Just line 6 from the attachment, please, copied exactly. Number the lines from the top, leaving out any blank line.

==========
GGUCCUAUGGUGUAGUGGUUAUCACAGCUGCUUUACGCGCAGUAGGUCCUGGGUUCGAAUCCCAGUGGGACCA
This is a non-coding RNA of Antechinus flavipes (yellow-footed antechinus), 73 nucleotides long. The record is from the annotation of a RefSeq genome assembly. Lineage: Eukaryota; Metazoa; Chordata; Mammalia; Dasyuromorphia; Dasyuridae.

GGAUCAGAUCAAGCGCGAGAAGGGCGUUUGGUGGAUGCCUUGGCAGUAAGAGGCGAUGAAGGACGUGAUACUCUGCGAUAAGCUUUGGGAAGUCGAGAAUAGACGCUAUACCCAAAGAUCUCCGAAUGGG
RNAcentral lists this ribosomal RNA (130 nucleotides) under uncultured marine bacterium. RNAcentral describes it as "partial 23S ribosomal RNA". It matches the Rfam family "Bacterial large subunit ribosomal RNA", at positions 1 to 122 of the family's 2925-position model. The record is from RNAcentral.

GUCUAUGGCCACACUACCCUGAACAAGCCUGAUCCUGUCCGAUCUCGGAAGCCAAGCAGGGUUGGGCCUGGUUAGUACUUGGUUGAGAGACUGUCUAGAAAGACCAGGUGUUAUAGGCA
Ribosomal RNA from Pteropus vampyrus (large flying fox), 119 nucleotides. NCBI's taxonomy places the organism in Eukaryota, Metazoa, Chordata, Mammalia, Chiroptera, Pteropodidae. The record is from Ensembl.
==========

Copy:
Ribosomal RNA from Pteropus vampyrus (large flying fox), 119 nucleotides. NCBI's taxonomy places the organism in Eukaryota, Metazoa, Chordata, Mammalia, Chiroptera, Pteropodidae. The record is from Ensembl.